The investor clearinghouse that Talcott Franklin, a firm that specializes in securitization remediation, is advising has gained momentum, said litigator Talcott Franklin. In several cases, deals have garnered up to 50% of investor voting rights,
Franklin spoke at a conference on servicing failures hosted today by Grais & Ellsworth.
The firm primarily represents CMBS buyers by and through the special servicer as well as RMBS investors both through individual and collective action.
As part of the legal services to RMBS investors interested in pursuing collective action, the firm has established and maintained the clearinghouse.
"We have 2600 deals where they have 25% or more of the voting rights and 1,150 deals where we 50% or more of the voting rights," he said. "We can do something here."
A major concern behind the "robo-signing " controversy is that in two cases, the courts have sanctioned the holders of note for the attorney fees — in one case, this reached $27,000 — and not the servicer.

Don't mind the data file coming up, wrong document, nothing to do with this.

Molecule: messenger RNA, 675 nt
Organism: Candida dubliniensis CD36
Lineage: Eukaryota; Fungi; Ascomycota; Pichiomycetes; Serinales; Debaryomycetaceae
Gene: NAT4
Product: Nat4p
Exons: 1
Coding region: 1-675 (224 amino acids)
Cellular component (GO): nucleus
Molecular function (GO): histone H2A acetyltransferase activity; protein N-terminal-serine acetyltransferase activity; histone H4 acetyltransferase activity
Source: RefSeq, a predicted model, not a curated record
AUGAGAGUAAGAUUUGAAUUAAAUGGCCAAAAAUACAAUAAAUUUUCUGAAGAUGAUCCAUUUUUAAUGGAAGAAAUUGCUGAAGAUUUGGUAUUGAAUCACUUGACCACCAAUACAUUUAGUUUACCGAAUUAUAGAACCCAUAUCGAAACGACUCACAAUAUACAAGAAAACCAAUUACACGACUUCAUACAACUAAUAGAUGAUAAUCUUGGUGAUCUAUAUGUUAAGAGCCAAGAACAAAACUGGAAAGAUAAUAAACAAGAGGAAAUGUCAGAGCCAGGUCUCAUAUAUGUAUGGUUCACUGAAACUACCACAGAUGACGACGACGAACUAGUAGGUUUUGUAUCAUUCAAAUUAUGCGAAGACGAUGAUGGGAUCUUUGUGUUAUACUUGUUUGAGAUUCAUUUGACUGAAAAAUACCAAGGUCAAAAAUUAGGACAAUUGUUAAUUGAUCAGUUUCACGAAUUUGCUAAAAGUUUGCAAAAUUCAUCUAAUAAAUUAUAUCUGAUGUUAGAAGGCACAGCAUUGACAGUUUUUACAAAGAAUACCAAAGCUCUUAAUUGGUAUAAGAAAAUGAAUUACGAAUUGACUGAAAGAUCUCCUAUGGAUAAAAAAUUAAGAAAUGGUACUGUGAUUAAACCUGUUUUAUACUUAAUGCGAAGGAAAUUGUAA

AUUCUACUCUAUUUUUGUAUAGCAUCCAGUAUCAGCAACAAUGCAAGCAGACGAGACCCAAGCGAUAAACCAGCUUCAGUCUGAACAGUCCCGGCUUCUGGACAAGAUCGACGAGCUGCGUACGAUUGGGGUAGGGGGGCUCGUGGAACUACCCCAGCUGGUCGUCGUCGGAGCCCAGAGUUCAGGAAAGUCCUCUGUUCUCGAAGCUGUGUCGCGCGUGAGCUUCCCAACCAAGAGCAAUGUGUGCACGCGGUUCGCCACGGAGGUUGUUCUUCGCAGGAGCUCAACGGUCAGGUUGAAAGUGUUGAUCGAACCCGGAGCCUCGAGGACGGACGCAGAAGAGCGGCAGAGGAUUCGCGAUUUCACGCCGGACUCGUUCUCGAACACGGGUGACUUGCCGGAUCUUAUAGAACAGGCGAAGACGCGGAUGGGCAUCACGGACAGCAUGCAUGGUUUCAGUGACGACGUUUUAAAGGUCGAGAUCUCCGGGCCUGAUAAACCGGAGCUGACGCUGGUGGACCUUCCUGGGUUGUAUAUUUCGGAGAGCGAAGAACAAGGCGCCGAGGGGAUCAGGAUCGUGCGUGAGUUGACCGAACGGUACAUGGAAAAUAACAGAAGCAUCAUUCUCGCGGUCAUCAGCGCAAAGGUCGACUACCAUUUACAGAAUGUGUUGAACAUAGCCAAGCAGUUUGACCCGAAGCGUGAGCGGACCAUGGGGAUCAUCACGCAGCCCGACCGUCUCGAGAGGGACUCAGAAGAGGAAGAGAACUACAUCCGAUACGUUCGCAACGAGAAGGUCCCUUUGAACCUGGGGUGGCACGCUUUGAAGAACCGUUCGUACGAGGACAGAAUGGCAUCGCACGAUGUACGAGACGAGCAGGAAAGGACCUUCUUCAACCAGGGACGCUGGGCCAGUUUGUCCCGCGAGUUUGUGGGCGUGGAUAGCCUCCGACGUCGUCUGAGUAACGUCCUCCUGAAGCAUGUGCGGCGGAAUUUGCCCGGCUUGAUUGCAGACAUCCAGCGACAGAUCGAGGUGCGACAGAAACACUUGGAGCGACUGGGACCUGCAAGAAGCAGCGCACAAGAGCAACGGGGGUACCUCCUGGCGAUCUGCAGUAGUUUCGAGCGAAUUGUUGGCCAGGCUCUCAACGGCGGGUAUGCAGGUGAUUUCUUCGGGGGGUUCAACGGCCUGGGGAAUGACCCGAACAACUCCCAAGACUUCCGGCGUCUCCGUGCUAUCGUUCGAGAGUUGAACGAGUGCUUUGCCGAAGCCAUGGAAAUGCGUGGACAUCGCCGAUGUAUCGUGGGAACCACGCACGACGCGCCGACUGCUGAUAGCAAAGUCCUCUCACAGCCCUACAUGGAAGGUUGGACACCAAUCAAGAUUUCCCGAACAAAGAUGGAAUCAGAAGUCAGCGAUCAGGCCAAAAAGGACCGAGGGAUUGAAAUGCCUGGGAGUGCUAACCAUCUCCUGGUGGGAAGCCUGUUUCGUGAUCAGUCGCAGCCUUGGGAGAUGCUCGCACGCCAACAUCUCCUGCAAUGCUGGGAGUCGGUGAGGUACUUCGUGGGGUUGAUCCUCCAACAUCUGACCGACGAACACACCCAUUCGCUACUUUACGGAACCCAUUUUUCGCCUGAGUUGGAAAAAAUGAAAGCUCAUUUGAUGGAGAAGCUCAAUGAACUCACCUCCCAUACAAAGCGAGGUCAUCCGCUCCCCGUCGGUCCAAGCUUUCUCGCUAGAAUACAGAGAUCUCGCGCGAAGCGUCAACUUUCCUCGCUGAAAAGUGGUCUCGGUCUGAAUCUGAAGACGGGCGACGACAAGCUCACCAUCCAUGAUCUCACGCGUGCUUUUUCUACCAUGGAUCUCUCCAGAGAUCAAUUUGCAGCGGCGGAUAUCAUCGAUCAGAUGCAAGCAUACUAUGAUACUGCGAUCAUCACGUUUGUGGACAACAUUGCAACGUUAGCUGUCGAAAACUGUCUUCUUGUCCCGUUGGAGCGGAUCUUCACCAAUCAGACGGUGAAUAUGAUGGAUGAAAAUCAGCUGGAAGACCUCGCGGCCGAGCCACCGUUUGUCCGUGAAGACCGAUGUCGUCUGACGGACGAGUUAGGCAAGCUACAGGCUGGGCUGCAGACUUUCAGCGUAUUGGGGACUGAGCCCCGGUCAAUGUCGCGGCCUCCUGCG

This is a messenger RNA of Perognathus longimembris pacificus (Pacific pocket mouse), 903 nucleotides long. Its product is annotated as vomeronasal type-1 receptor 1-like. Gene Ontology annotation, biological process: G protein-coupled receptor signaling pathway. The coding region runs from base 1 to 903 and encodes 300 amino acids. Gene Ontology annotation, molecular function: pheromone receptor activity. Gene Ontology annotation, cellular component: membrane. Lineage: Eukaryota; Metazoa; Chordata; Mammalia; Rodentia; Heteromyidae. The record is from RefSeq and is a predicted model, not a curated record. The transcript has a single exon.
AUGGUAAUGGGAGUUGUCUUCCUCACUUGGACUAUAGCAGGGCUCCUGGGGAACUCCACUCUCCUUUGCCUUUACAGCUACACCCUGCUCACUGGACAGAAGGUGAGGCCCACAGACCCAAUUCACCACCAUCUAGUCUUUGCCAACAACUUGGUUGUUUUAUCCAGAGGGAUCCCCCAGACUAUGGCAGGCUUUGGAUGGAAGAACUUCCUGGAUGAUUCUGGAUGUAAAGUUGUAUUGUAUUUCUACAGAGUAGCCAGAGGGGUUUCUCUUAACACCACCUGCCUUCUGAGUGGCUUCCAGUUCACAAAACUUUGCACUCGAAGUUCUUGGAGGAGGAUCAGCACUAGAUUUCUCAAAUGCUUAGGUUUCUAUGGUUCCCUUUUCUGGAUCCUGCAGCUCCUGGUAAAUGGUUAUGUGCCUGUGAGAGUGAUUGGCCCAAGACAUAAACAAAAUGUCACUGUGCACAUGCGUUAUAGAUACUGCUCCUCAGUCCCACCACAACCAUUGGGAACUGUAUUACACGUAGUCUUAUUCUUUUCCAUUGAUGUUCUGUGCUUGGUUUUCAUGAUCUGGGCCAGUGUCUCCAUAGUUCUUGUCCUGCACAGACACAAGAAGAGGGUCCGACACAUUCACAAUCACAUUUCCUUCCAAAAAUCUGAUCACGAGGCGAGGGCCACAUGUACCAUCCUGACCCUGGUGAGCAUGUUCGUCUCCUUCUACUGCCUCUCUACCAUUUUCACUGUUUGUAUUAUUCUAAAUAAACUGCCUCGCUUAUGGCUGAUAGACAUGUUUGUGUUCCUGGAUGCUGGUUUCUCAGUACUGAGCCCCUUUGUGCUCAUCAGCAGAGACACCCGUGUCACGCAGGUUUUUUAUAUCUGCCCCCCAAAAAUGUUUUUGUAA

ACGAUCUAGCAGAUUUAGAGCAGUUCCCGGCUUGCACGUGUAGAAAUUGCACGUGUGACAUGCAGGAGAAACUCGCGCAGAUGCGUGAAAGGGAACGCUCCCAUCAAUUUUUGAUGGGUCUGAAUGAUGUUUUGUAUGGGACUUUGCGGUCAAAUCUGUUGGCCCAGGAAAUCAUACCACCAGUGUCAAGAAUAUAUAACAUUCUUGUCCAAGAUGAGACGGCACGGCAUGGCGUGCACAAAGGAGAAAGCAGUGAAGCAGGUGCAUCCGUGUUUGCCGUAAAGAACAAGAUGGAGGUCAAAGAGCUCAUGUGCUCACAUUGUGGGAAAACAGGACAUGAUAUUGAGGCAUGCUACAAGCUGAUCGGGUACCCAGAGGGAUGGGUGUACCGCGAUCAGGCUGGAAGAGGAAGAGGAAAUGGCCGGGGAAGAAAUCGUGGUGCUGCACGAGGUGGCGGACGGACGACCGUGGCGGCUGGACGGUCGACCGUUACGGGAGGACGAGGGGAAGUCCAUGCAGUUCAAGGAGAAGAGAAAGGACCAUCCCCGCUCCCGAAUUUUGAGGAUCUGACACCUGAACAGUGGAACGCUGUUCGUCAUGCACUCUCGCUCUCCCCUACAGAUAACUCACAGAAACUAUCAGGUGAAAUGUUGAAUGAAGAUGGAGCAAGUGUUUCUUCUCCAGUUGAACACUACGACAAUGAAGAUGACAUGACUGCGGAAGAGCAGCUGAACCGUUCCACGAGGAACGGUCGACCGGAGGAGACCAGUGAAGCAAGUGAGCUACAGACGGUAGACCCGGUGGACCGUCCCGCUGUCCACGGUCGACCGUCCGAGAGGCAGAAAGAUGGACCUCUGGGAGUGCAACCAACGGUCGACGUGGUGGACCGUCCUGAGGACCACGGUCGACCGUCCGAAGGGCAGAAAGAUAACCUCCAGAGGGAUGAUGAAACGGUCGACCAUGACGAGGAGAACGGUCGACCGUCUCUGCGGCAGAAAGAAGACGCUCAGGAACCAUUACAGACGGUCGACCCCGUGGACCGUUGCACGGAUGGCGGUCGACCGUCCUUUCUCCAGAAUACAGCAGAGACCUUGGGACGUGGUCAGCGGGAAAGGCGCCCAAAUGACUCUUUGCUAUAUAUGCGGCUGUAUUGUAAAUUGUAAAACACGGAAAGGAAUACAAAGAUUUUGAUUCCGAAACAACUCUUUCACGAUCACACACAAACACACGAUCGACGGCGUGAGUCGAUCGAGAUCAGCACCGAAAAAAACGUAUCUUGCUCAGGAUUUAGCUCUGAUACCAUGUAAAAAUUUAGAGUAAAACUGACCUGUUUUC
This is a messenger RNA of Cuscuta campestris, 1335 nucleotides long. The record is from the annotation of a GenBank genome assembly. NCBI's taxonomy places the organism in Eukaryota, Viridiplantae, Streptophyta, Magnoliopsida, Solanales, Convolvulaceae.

"At the clearinghouse, we are pretty disturbed about this trend," he said. Franklin said that the clearinghouse group would be sending out a letter to trustees where they make it clear that no investor endorsed, supported or authorized any representative of the trust to engage in illegal activities, fabricate documents, falsely swear affidavits, abuse the notary process or otherwise mislead or defraud any borrowers courts or public officials.
The letter stated that these activities provide no benefit to investors and could only have been motivated by an effort to increase the trust's profits.
"If you would have told me at the beginning of starting this clearinghouse that we would have ever had to send a letter like this, I never would have believed it," said Franklin. "It is amazing what these banks have attempted to do here."